A substantial portion of this money seems to have ended up in Cohen’s personal accounts. Morgan Stanley Smith Barney filed a separate SAR showing that, during that same three-month period, Cohen set up two accounts with the firm, into which he deposited three checks from his Essential Consultants account, two in the amount of two hundred and fifty thousand dollars and one in the amount of five hundred and five thousand dollars. Morgan Stanley Smith Barney marked those transactions, which added up to more than a million dollars, as possible signs of “bribery or gratuity” and “suspicious use of third-party transactors (straw-man).”

Cohen appears to have misled First Republic repeatedly regarding the purpose of the Essential Consultants account. In paperwork filed with the bank, he said that the company would be devoted to using “his experience in real estate to consult on commercial and residential” deals. Cohen told the bank that his transactions would be modest, and based within the United States. In fact, the compliance officers wrote, “a significant portion of the target account deposits continue to originate from entities that have no apparent connection to real estate or apparent need to engage Cohen as a real estate consultant.” Likewise, “a significant portion of the deposits continues to be derived from foreign entities.” David Murray, a former Treasury official focussed on illicit finance, told me, “There are a ton of red flags here. The pattern of activity has indicators that are inherently suspicious, and the volume and source of funds do not match the account profile that was built when the account was opened.”

The report released last week highlights a payment from Cohen’s account to Demeter Direct, Inc. In publicly filed paperwork, Demeter Direct represents itself as a Korean food company. However, a Web site, since taken down, suggested that it was a global consulting firm. After the press began scrutinizing Cohen’s accounts, a man listed as Demeter Direct’s C.E.O., Mark Ko, told CNN that he served as an intermediary and translator in Cohen’s dealings with an aviation firm, majority-owned by South Korea’s government, called Korea Aerospace Industries. According to the First Republic report, the aerospace company paid Cohen a hundred and fifty thousand dollars in November of 2017, the same month President Trump visited South Korea. At the time, the company was lobbying for a controversial multibillion-dollar contract with the U.S. Air Force.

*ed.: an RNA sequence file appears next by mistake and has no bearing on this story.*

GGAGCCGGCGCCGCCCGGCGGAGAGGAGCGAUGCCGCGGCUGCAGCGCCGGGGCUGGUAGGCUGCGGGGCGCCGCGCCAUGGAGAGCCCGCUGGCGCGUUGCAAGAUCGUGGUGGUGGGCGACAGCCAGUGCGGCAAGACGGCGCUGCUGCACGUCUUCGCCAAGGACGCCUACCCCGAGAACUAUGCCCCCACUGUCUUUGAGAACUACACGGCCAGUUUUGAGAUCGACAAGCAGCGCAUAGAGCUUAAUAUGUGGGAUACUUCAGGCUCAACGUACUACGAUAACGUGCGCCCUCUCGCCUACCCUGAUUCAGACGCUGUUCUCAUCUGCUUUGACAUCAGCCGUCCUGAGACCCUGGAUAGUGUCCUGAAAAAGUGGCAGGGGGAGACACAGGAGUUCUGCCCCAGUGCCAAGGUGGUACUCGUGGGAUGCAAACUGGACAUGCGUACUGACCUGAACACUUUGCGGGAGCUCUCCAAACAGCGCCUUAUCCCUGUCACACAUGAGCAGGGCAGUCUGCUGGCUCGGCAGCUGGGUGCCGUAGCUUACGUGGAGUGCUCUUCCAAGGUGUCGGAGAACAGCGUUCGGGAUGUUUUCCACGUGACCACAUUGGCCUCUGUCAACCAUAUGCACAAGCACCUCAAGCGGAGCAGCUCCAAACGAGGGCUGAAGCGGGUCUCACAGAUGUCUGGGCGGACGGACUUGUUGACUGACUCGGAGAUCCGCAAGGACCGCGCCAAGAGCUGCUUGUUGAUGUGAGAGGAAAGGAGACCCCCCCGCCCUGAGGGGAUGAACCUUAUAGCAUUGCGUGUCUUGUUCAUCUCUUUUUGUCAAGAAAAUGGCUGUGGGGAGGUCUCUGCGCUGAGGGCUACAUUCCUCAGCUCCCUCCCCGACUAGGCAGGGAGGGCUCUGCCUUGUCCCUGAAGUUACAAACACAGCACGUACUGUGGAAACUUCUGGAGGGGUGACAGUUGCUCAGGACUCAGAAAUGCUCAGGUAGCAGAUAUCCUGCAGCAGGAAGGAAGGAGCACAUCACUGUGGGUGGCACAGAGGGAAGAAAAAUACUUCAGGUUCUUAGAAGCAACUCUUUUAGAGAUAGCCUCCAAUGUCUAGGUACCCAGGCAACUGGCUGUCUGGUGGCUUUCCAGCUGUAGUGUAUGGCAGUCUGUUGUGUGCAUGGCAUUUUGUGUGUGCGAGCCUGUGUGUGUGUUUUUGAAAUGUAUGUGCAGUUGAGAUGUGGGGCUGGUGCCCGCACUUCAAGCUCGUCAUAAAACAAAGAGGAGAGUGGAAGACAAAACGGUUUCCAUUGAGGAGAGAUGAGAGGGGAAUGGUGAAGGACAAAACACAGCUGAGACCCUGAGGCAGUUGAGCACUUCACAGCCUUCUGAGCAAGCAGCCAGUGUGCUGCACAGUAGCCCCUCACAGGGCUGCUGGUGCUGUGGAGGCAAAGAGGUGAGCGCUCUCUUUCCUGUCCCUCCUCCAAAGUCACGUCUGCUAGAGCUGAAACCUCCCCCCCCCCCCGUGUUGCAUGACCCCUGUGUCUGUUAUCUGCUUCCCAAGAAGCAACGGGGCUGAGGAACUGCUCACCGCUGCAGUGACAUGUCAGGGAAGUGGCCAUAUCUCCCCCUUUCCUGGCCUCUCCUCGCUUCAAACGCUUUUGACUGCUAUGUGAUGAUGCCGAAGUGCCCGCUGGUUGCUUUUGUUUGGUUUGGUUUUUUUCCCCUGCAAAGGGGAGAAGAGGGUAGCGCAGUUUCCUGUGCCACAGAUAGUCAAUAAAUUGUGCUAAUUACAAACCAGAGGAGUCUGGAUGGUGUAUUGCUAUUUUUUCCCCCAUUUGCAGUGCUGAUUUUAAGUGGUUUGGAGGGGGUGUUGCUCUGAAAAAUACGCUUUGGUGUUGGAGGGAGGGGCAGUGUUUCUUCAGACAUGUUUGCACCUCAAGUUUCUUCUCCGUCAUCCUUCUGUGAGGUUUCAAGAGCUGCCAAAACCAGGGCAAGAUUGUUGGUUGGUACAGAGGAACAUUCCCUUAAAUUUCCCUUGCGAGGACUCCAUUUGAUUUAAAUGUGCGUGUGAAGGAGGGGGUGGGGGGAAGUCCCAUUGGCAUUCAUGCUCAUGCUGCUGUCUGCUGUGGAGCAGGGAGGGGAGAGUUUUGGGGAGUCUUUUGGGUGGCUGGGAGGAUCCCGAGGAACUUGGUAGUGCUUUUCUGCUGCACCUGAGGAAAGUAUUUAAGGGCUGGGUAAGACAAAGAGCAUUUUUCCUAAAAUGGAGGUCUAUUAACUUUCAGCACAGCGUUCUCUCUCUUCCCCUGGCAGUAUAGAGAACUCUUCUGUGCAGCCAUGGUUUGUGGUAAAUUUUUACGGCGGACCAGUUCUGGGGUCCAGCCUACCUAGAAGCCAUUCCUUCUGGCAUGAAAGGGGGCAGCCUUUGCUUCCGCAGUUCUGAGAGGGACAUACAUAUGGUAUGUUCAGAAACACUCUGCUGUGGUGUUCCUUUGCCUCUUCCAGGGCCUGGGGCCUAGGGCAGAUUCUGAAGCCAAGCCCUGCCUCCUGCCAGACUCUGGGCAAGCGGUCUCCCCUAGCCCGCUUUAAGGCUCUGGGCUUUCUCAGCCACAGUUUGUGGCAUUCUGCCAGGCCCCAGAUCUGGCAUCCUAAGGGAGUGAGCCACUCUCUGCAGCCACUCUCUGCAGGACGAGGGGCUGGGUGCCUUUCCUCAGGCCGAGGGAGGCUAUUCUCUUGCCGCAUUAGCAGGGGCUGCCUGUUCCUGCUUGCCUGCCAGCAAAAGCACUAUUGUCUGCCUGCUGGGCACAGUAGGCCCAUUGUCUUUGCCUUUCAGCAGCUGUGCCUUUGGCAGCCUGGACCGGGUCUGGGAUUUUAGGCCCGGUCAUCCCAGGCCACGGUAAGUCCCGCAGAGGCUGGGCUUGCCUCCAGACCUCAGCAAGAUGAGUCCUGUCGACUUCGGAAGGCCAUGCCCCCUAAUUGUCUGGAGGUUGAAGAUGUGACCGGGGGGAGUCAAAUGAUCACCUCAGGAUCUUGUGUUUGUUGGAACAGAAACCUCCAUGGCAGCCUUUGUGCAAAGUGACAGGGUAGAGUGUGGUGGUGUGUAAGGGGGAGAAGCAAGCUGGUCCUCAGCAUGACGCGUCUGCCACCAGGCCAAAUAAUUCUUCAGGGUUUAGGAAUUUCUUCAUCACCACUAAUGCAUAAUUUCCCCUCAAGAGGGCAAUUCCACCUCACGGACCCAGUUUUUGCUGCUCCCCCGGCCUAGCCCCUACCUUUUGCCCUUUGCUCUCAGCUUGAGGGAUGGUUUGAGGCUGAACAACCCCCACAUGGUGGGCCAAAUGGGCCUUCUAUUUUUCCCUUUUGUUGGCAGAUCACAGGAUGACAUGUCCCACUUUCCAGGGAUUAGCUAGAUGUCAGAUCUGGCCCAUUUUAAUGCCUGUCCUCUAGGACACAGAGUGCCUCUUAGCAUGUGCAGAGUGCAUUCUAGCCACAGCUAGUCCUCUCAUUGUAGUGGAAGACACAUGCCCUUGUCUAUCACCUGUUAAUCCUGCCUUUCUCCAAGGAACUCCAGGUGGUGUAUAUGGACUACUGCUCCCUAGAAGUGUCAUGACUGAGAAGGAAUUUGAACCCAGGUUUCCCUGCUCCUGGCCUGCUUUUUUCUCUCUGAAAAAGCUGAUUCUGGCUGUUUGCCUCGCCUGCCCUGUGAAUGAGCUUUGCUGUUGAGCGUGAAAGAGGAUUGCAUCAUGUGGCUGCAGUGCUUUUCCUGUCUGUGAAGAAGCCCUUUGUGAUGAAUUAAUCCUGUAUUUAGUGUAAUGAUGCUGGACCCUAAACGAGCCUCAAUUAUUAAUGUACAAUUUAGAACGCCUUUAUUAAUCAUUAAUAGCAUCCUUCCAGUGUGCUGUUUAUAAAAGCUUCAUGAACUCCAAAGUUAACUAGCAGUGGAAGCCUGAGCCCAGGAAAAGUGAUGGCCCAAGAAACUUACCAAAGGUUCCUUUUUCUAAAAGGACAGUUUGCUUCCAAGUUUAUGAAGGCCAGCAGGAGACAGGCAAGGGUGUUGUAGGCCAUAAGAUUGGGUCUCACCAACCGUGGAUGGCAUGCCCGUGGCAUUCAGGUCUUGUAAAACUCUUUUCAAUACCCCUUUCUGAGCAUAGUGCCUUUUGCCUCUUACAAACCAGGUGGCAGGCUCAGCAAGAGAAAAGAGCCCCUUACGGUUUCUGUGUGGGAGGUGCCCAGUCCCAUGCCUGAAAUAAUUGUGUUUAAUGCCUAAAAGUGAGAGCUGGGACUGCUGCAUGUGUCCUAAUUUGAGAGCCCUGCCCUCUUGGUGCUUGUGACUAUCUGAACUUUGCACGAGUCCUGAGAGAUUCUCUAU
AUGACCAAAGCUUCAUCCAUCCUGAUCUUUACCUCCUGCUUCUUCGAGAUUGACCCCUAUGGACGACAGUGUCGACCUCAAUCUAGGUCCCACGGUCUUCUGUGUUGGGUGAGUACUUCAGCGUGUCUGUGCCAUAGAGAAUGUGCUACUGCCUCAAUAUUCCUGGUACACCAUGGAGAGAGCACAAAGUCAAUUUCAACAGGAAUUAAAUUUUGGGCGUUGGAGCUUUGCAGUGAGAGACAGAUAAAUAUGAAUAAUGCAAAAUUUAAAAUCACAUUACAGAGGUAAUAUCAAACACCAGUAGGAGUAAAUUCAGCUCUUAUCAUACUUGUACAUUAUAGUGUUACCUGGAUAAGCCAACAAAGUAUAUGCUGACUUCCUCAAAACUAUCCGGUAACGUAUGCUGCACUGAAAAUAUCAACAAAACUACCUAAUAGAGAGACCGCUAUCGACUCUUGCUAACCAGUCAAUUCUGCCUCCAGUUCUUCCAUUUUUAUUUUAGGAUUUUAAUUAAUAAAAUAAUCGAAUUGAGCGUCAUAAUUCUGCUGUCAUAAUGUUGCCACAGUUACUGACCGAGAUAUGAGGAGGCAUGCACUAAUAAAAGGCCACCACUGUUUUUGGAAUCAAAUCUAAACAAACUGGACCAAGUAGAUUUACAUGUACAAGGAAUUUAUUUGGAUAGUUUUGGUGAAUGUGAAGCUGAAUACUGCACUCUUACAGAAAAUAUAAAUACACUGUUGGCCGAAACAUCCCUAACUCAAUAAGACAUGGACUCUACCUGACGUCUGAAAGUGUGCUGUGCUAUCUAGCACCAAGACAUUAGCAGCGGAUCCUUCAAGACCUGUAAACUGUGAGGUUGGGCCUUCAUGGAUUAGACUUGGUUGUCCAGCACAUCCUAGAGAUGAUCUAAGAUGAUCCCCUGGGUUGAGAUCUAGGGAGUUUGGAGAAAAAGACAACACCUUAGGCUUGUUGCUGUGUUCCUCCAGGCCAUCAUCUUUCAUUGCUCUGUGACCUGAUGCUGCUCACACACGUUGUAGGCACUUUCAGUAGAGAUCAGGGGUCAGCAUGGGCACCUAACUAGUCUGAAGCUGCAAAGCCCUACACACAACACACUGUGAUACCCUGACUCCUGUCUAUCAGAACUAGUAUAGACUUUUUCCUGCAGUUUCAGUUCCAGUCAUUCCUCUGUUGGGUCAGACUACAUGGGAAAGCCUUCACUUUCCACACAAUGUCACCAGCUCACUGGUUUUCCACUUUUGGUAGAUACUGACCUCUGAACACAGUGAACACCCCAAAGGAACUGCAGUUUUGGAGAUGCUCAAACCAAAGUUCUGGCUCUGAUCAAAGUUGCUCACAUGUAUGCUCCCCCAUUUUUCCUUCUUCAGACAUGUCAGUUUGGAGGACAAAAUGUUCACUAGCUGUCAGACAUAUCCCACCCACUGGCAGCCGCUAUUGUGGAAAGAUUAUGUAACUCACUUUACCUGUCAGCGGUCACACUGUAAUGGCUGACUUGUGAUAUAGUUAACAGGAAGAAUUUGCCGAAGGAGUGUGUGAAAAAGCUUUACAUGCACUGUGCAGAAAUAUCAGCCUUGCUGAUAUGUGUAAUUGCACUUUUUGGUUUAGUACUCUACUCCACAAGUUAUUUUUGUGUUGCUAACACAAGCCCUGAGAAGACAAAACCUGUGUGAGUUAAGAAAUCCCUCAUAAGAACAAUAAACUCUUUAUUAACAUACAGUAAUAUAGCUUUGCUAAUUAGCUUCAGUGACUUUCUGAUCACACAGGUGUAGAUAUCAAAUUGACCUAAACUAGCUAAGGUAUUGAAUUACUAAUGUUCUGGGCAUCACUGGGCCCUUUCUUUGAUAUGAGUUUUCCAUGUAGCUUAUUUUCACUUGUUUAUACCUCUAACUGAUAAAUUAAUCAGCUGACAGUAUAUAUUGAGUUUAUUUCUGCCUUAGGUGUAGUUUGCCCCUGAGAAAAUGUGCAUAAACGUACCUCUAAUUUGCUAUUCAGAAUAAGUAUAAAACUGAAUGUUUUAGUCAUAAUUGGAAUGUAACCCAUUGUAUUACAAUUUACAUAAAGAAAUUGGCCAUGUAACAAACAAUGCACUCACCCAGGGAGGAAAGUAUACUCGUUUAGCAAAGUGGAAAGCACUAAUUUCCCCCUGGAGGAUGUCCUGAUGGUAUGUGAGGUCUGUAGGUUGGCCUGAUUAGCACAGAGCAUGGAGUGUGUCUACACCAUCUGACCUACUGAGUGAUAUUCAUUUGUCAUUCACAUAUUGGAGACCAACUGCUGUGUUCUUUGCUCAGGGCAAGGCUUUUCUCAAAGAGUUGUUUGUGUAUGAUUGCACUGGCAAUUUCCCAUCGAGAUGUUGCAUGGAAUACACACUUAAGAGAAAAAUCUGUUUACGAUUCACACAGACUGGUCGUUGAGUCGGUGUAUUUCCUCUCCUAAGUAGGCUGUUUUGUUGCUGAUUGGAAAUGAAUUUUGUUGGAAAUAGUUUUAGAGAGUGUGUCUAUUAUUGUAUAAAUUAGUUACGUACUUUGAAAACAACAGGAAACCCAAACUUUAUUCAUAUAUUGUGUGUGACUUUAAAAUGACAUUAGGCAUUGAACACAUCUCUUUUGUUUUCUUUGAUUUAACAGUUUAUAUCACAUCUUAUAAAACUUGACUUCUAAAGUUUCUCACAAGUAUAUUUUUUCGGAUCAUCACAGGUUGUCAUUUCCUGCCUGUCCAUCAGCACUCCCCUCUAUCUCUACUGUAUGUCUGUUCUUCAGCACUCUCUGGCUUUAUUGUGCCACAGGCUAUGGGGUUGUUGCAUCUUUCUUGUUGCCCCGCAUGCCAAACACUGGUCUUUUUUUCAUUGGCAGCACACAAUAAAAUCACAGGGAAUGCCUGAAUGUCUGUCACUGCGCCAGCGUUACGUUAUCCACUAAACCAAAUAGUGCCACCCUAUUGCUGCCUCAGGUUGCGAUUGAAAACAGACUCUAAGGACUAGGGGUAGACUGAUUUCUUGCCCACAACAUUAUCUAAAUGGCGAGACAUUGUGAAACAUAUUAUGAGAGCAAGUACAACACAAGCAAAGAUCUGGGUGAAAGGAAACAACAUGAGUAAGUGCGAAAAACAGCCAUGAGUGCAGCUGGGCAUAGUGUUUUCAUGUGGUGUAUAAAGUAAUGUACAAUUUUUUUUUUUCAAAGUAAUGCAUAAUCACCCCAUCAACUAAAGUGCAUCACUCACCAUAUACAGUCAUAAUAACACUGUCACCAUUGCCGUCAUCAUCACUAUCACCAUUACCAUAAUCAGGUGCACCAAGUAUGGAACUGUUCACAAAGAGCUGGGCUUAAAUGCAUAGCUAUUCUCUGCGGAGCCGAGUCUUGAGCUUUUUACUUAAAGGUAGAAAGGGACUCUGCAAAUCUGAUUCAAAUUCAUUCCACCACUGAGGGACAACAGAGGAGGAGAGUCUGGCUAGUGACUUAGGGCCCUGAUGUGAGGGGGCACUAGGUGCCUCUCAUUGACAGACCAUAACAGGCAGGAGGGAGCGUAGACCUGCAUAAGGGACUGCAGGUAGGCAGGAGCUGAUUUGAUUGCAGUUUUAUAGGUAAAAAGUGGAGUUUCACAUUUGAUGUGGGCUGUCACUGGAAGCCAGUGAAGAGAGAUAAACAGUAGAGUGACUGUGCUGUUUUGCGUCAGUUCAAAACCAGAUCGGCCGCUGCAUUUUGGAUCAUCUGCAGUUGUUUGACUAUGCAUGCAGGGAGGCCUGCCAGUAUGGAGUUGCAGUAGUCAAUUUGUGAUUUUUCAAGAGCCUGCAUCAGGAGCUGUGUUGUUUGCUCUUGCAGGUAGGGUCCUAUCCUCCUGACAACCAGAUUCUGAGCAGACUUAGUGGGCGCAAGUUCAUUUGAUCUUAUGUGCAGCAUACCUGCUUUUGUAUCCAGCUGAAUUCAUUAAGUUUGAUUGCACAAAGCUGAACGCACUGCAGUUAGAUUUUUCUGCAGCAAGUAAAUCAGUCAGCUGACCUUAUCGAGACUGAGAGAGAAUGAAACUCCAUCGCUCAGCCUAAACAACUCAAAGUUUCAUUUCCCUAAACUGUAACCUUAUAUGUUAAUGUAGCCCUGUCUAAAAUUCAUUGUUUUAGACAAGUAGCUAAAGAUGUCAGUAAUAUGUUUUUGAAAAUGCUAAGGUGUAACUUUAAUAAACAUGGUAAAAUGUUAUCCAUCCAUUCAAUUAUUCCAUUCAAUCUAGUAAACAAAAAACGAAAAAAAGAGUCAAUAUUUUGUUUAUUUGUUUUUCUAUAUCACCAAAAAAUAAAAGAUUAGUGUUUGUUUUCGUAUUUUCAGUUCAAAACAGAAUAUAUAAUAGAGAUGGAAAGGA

The report also shows how Cohen apparently used the Essential Consultants account for personal expenses. He seems to have used it to pay his American Express, A.T. & T., and Mercedes Benz bills, marking account numbers on the memo lines of his checks. He paid initiation fees and dues to the Core Club, a social club that the Times once described as a “portal to power.” He also cut himself multiple personal checks from Essential Consultants, amounting to more than a hundred thousand dollars, on top of the million he had already deposited into his Morgan Stanley accounts.

In many cases, the suspicious-activity reports highlight activity of potential interest to ongoing investigations, including that of the special counsel, Robert Mueller. Bank compliance officers noted eight payments from a company called Columbus Nova to Cohen’s account between January and August of 2017, totalling five hundred thousand dollars. The investigators wrote that Columbus Nova’s biggest client is a company controlled by Viktor Vekselberg, whom they described as “reputed to be a longtime ally of Russian President Vladimir Putin.” The report also points out that Andrew Intrater, Vekselberg’s relative and the C.E.O. of Columbus Nova, donated more than three hundred thousand dollars to Trump-related causes. The report flagged the activity as suspicious “because the CEO’s company transferred substantial funds to the personal attorney of Trump at the same time the CEO reportedly donated substantial funds to Trump’s inauguration fund and joint fundraising committee for Trump’s reelection and the Republican National Committee.”

Other banks also noticed Cohen’s suspicious transactions and filed their own SARs about his activity. Some of those show the banks piecing together the reasons for the transactions from news reports, citing articles from publications including the Wall Street Journal and Vanity Fair about Trump, Russia, and secret election-season payments, including the payment to Clifford. One, filed by City National Bank, follows money paid to Cohen by Elliott Broidy, at the time the deputy finance chairman for the Republican National Committee. The report notes, “Broidy also owns a private security company, Circinus, which provides services to the U.S. and other governments. The company has hundreds of millions of dollars in contracts with the U.A.E.” Broidy has said that Cohen and another lawyer, Keith Davidson, worked out a deal in which Broidy would pay $1.6 million to a former Playboy model he had impregnated. Broidy appears to have paid both lawyers for arranging the deal. The City National report shows that Broidy funnelled the payments through Real Estate Attorneys’ Group, a legal corporation. Broidy seems to have paid Davidson two hundred thousand dollars, and to have sent three payments, of $62,500 each, to Cohen—one to the Essential Consultants account and two to the account of Michael D. Cohen and Associates.